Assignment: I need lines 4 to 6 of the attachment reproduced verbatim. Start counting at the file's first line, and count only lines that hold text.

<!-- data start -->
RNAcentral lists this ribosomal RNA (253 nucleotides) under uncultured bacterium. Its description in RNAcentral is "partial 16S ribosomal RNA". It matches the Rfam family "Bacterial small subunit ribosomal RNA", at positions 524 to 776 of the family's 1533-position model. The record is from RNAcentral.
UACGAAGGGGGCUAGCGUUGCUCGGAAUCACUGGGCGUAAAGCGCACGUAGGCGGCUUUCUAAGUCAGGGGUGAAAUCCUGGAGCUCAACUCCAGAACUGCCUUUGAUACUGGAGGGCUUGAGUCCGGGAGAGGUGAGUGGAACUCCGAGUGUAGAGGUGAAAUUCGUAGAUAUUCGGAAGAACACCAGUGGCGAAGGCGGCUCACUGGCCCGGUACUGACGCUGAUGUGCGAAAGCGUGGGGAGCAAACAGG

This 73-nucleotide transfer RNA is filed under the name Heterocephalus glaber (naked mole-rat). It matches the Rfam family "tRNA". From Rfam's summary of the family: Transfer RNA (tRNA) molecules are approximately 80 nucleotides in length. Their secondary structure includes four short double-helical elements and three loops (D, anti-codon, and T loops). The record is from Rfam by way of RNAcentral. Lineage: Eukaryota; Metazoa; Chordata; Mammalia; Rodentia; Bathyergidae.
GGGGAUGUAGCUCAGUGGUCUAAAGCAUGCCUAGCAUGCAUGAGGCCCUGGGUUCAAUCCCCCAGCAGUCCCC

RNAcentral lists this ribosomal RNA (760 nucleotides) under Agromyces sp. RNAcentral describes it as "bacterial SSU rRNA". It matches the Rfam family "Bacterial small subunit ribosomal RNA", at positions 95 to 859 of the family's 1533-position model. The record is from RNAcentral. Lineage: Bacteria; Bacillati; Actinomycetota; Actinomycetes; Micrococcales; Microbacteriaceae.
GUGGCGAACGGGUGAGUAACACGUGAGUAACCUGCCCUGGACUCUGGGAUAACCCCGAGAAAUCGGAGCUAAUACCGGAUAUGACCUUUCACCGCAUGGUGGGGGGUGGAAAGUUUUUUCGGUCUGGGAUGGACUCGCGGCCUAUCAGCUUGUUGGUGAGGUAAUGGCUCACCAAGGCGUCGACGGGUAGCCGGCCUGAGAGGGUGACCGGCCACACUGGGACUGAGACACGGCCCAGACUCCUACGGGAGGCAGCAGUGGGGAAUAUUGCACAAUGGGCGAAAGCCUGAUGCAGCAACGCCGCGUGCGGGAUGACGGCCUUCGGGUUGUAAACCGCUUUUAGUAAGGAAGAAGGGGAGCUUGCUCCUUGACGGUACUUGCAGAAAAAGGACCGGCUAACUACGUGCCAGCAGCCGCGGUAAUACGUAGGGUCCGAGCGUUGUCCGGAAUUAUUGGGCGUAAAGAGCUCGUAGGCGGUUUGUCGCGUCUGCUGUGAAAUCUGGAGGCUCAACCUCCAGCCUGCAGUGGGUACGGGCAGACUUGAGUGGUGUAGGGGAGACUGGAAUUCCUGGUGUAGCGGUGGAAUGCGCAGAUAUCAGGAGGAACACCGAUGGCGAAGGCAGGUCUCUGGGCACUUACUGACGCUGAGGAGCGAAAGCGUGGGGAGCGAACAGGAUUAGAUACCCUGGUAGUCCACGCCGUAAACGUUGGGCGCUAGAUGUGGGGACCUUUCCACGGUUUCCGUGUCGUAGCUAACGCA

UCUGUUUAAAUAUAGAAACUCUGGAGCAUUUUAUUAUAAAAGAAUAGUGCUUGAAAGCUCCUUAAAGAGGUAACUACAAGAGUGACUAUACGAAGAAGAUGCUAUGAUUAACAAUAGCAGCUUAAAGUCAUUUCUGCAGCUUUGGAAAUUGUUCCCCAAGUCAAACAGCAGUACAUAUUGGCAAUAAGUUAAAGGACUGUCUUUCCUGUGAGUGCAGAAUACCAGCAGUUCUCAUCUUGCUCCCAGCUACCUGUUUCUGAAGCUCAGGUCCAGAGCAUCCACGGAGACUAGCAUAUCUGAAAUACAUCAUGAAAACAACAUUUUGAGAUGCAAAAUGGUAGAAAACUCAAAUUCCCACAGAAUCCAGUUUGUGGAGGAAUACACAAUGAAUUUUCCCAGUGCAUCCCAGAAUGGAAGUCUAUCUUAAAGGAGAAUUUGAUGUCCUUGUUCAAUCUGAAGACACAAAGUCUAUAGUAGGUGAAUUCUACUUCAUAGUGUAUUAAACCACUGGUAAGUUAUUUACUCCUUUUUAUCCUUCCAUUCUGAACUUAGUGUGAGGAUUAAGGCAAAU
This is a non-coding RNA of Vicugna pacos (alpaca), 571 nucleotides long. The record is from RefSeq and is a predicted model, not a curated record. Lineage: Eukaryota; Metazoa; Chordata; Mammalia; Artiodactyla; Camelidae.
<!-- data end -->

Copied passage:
GGGGAUGUAGCUCAGUGGUCUAAAGCAUGCCUAGCAUGCAUGAGGCCCUGGGUUCAAUCCCCCAGCAGUCCCC

RNAcentral lists this ribosomal RNA (760 nucleotides) under Agromyces sp. RNAcentral describes it as "bacterial SSU rRNA". It matches the Rfam family "Bacterial small subunit ribosomal RNA", at positions 95 to 859 of the family's 1533-position model. The record is from RNAcentral. Lineage: Bacteria; Bacillati; Actinomycetota; Actinomycetes; Micrococcales; Microbacteriaceae.
GUGGCGAACGGGUGAGUAACACGUGAGUAACCUGCCCUGGACUCUGGGAUAACCCCGAGAAAUCGGAGCUAAUACCGGAUAUGACCUUUCACCGCAUGGUGGGGGGUGGAAAGUUUUUUCGGUCUGGGAUGGACUCGCGGCCUAUCAGCUUGUUGGUGAGGUAAUGGCUCACCAAGGCGUCGACGGGUAGCCGGCCUGAGAGGGUGACCGGCCACACUGGGACUGAGACACGGCCCAGACUCCUACGGGAGGCAGCAGUGGGGAAUAUUGCACAAUGGGCGAAAGCCUGAUGCAGCAACGCCGCGUGCGGGAUGACGGCCUUCGGGUUGUAAACCGCUUUUAGUAAGGAAGAAGGGGAGCUUGCUCCUUGACGGUACUUGCAGAAAAAGGACCGGCUAACUACGUGCCAGCAGCCGCGGUAAUACGUAGGGUCCGAGCGUUGUCCGGAAUUAUUGGGCGUAAAGAGCUCGUAGGCGGUUUGUCGCGUCUGCUGUGAAAUCUGGAGGCUCAACCUCCAGCCUGCAGUGGGUACGGGCAGACUUGAGUGGUGUAGGGGAGACUGGAAUUCCUGGUGUAGCGGUGGAAUGCGCAGAUAUCAGGAGGAACACCGAUGGCGAAGGCAGGUCUCUGGGCACUUACUGACGCUGAGGAGCGAAAGCGUGGGGAGCGAACAGGAUUAGAUACCCUGGUAGUCCACGCCGUAAACGUUGGGCGCUAGAUGUGGGGACCUUUCCACGGUUUCCGUGUCGUAGCUAACGCA